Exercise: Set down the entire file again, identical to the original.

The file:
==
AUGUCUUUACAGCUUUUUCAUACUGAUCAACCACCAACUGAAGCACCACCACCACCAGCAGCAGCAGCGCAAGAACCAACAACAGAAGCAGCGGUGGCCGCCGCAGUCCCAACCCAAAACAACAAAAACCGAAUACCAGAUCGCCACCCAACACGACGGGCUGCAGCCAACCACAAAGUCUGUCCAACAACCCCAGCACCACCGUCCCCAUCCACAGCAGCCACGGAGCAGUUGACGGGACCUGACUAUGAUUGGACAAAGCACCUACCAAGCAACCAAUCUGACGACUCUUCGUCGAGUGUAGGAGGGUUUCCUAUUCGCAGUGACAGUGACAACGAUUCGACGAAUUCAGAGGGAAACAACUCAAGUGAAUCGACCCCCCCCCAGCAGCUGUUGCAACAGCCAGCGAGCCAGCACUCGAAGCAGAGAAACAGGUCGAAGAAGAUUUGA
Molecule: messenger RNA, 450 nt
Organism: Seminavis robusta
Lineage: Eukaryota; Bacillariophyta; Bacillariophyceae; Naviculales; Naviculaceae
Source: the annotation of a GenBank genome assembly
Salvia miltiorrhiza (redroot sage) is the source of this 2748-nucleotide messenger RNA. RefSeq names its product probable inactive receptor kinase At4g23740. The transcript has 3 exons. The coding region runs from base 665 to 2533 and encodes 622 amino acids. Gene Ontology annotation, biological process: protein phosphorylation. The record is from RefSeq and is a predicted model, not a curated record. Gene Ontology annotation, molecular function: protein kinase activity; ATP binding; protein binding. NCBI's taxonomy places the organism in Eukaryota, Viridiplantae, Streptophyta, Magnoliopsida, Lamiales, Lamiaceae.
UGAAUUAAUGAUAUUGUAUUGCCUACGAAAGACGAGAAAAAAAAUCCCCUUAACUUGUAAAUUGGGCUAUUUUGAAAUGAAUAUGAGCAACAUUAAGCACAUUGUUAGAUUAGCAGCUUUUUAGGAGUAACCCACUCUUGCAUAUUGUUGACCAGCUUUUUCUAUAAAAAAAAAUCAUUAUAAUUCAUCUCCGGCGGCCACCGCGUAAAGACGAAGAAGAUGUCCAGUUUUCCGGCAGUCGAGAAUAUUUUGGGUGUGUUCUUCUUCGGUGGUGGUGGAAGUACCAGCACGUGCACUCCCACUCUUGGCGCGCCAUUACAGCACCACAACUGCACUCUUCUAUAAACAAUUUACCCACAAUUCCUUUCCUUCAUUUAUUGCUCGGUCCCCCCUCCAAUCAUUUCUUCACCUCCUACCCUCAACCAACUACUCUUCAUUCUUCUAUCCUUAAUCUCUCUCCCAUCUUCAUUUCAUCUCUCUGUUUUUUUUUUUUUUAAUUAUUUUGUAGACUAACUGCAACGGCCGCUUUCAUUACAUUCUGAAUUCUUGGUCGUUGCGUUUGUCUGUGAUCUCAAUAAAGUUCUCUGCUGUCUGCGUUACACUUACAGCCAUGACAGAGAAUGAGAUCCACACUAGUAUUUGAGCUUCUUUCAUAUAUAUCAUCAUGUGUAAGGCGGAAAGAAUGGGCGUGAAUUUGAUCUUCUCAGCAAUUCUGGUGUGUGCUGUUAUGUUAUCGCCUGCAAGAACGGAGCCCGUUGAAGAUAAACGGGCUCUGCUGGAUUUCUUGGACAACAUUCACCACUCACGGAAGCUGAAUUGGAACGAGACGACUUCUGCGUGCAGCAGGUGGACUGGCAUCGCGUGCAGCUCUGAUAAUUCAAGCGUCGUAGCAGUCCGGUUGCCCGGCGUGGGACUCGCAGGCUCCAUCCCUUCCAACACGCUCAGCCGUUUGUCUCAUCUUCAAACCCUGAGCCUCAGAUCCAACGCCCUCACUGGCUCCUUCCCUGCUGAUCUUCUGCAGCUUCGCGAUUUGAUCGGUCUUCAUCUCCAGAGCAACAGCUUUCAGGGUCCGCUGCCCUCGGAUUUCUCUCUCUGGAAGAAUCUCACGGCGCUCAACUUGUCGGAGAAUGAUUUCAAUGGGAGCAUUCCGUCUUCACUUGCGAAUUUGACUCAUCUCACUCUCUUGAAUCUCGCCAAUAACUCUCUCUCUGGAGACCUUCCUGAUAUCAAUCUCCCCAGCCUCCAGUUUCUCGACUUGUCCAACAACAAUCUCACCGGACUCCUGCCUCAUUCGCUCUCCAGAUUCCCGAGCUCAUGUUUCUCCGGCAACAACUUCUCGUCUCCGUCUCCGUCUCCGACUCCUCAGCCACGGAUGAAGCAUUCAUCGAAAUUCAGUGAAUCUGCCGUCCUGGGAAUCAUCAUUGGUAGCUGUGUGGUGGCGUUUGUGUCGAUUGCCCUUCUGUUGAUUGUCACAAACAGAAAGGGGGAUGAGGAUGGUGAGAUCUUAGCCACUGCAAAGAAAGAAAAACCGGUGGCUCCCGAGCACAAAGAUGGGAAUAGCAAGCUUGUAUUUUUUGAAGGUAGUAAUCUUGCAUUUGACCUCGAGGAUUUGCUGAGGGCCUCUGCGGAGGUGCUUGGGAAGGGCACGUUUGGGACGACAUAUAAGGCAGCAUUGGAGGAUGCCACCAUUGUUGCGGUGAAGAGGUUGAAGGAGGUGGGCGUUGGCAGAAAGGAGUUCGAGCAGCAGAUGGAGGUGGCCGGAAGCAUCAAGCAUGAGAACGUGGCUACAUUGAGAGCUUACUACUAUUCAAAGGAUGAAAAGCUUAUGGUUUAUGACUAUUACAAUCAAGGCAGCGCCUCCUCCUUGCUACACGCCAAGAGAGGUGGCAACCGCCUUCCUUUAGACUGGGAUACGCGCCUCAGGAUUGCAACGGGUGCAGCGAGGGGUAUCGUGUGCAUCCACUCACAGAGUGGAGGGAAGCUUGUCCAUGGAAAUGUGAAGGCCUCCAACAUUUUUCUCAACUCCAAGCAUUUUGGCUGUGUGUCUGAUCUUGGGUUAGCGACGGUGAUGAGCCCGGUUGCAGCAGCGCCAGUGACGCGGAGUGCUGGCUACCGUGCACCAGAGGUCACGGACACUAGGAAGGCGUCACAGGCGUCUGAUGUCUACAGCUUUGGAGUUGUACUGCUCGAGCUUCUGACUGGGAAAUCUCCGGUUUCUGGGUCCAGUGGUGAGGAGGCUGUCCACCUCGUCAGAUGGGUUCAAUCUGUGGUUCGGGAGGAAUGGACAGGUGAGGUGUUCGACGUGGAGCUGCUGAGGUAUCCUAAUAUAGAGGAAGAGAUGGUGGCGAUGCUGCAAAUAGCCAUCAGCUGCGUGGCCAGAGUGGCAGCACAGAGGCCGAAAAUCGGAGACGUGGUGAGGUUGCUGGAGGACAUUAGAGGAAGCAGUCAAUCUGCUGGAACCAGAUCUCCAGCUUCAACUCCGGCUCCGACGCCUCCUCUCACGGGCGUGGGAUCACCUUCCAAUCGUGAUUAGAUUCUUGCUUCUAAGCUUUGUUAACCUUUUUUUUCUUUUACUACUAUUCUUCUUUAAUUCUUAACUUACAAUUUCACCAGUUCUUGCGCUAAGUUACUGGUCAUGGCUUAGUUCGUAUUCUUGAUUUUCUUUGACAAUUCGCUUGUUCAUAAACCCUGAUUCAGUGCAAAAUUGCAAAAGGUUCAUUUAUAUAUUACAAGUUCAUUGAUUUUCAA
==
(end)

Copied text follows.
AUGUCUUUACAGCUUUUUCAUACUGAUCAACCACCAACUGAAGCACCACCACCACCAGCAGCAGCAGCGCAAGAACCAACAACAGAAGCAGCGGUGGCCGCCGCAGUCCCAACCCAAAACAACAAAAACCGAAUACCAGAUCGCCACCCAACACGACGGGCUGCAGCCAACCACAAAGUCUGUCCAACAACCCCAGCACCACCGUCCCCAUCCACAGCAGCCACGGAGCAGUUGACGGGACCUGACUAUGAUUGGACAAAGCACCUACCAAGCAACCAAUCUGACGACUCUUCGUCGAGUGUAGGAGGGUUUCCUAUUCGCAGUGACAGUGACAACGAUUCGACGAAUUCAGAGGGAAACAACUCAAGUGAAUCGACCCCCCCCCAGCAGCUGUUGCAACAGCCAGCGAGCCAGCACUCGAAGCAGAGAAACAGGUCGAAGAAGAUUUGA
Molecule: messenger RNA, 450 nt
Organism: Seminavis robusta
Lineage: Eukaryota; Bacillariophyta; Bacillariophyceae; Naviculales; Naviculaceae
Source: the annotation of a GenBank genome assembly
Salvia miltiorrhiza (redroot sage) is the source of this 2748-nucleotide messenger RNA. RefSeq names its product probable inactive receptor kinase At4g23740. The transcript has 3 exons. The coding region runs from base 665 to 2533 and encodes 622 amino acids. Gene Ontology annotation, biological process: protein phosphorylation. The record is from RefSeq and is a predicted model, not a curated record. Gene Ontology annotation, molecular function: protein kinase activity; ATP binding; protein binding. NCBI's taxonomy places the organism in Eukaryota, Viridiplantae, Streptophyta, Magnoliopsida, Lamiales, Lamiaceae.
UGAAUUAAUGAUAUUGUAUUGCCUACGAAAGACGAGAAAAAAAAUCCCCUUAACUUGUAAAUUGGGCUAUUUUGAAAUGAAUAUGAGCAACAUUAAGCACAUUGUUAGAUUAGCAGCUUUUUAGGAGUAACCCACUCUUGCAUAUUGUUGACCAGCUUUUUCUAUAAAAAAAAAUCAUUAUAAUUCAUCUCCGGCGGCCACCGCGUAAAGACGAAGAAGAUGUCCAGUUUUCCGGCAGUCGAGAAUAUUUUGGGUGUGUUCUUCUUCGGUGGUGGUGGAAGUACCAGCACGUGCACUCCCACUCUUGGCGCGCCAUUACAGCACCACAACUGCACUCUUCUAUAAACAAUUUACCCACAAUUCCUUUCCUUCAUUUAUUGCUCGGUCCCCCCUCCAAUCAUUUCUUCACCUCCUACCCUCAACCAACUACUCUUCAUUCUUCUAUCCUUAAUCUCUCUCCCAUCUUCAUUUCAUCUCUCUGUUUUUUUUUUUUUUAAUUAUUUUGUAGACUAACUGCAACGGCCGCUUUCAUUACAUUCUGAAUUCUUGGUCGUUGCGUUUGUCUGUGAUCUCAAUAAAGUUCUCUGCUGUCUGCGUUACACUUACAGCCAUGACAGAGAAUGAGAUCCACACUAGUAUUUGAGCUUCUUUCAUAUAUAUCAUCAUGUGUAAGGCGGAAAGAAUGGGCGUGAAUUUGAUCUUCUCAGCAAUUCUGGUGUGUGCUGUUAUGUUAUCGCCUGCAAGAACGGAGCCCGUUGAAGAUAAACGGGCUCUGCUGGAUUUCUUGGACAACAUUCACCACUCACGGAAGCUGAAUUGGAACGAGACGACUUCUGCGUGCAGCAGGUGGACUGGCAUCGCGUGCAGCUCUGAUAAUUCAAGCGUCGUAGCAGUCCGGUUGCCCGGCGUGGGACUCGCAGGCUCCAUCCCUUCCAACACGCUCAGCCGUUUGUCUCAUCUUCAAACCCUGAGCCUCAGAUCCAACGCCCUCACUGGCUCCUUCCCUGCUGAUCUUCUGCAGCUUCGCGAUUUGAUCGGUCUUCAUCUCCAGAGCAACAGCUUUCAGGGUCCGCUGCCCUCGGAUUUCUCUCUCUGGAAGAAUCUCACGGCGCUCAACUUGUCGGAGAAUGAUUUCAAUGGGAGCAUUCCGUCUUCACUUGCGAAUUUGACUCAUCUCACUCUCUUGAAUCUCGCCAAUAACUCUCUCUCUGGAGACCUUCCUGAUAUCAAUCUCCCCAGCCUCCAGUUUCUCGACUUGUCCAACAACAAUCUCACCGGACUCCUGCCUCAUUCGCUCUCCAGAUUCCCGAGCUCAUGUUUCUCCGGCAACAACUUCUCGUCUCCGUCUCCGUCUCCGACUCCUCAGCCACGGAUGAAGCAUUCAUCGAAAUUCAGUGAAUCUGCCGUCCUGGGAAUCAUCAUUGGUAGCUGUGUGGUGGCGUUUGUGUCGAUUGCCCUUCUGUUGAUUGUCACAAACAGAAAGGGGGAUGAGGAUGGUGAGAUCUUAGCCACUGCAAAGAAAGAAAAACCGGUGGCUCCCGAGCACAAAGAUGGGAAUAGCAAGCUUGUAUUUUUUGAAGGUAGUAAUCUUGCAUUUGACCUCGAGGAUUUGCUGAGGGCCUCUGCGGAGGUGCUUGGGAAGGGCACGUUUGGGACGACAUAUAAGGCAGCAUUGGAGGAUGCCACCAUUGUUGCGGUGAAGAGGUUGAAGGAGGUGGGCGUUGGCAGAAAGGAGUUCGAGCAGCAGAUGGAGGUGGCCGGAAGCAUCAAGCAUGAGAACGUGGCUACAUUGAGAGCUUACUACUAUUCAAAGGAUGAAAAGCUUAUGGUUUAUGACUAUUACAAUCAAGGCAGCGCCUCCUCCUUGCUACACGCCAAGAGAGGUGGCAACCGCCUUCCUUUAGACUGGGAUACGCGCCUCAGGAUUGCAACGGGUGCAGCGAGGGGUAUCGUGUGCAUCCACUCACAGAGUGGAGGGAAGCUUGUCCAUGGAAAUGUGAAGGCCUCCAACAUUUUUCUCAACUCCAAGCAUUUUGGCUGUGUGUCUGAUCUUGGGUUAGCGACGGUGAUGAGCCCGGUUGCAGCAGCGCCAGUGACGCGGAGUGCUGGCUACCGUGCACCAGAGGUCACGGACACUAGGAAGGCGUCACAGGCGUCUGAUGUCUACAGCUUUGGAGUUGUACUGCUCGAGCUUCUGACUGGGAAAUCUCCGGUUUCUGGGUCCAGUGGUGAGGAGGCUGUCCACCUCGUCAGAUGGGUUCAAUCUGUGGUUCGGGAGGAAUGGACAGGUGAGGUGUUCGACGUGGAGCUGCUGAGGUAUCCUAAUAUAGAGGAAGAGAUGGUGGCGAUGCUGCAAAUAGCCAUCAGCUGCGUGGCCAGAGUGGCAGCACAGAGGCCGAAAAUCGGAGACGUGGUGAGGUUGCUGGAGGACAUUAGAGGAAGCAGUCAAUCUGCUGGAACCAGAUCUCCAGCUUCAACUCCGGCUCCGACGCCUCCUCUCACGGGCGUGGGAUCACCUUCCAAUCGUGAUUAGAUUCUUGCUUCUAAGCUUUGUUAACCUUUUUUUUCUUUUACUACUAUUCUUCUUUAAUUCUUAACUUACAAUUUCACCAGUUCUUGCGCUAAGUUACUGGUCAUGGCUUAGUUCGUAUUCUUGAUUUUCUUUGACAAUUCGCUUGUUCAUAAACCCUGAUUCAGUGCAAAAUUGCAAAAGGUUCAUUUAUAUAUUACAAGUUCAUUGAUUUUCAA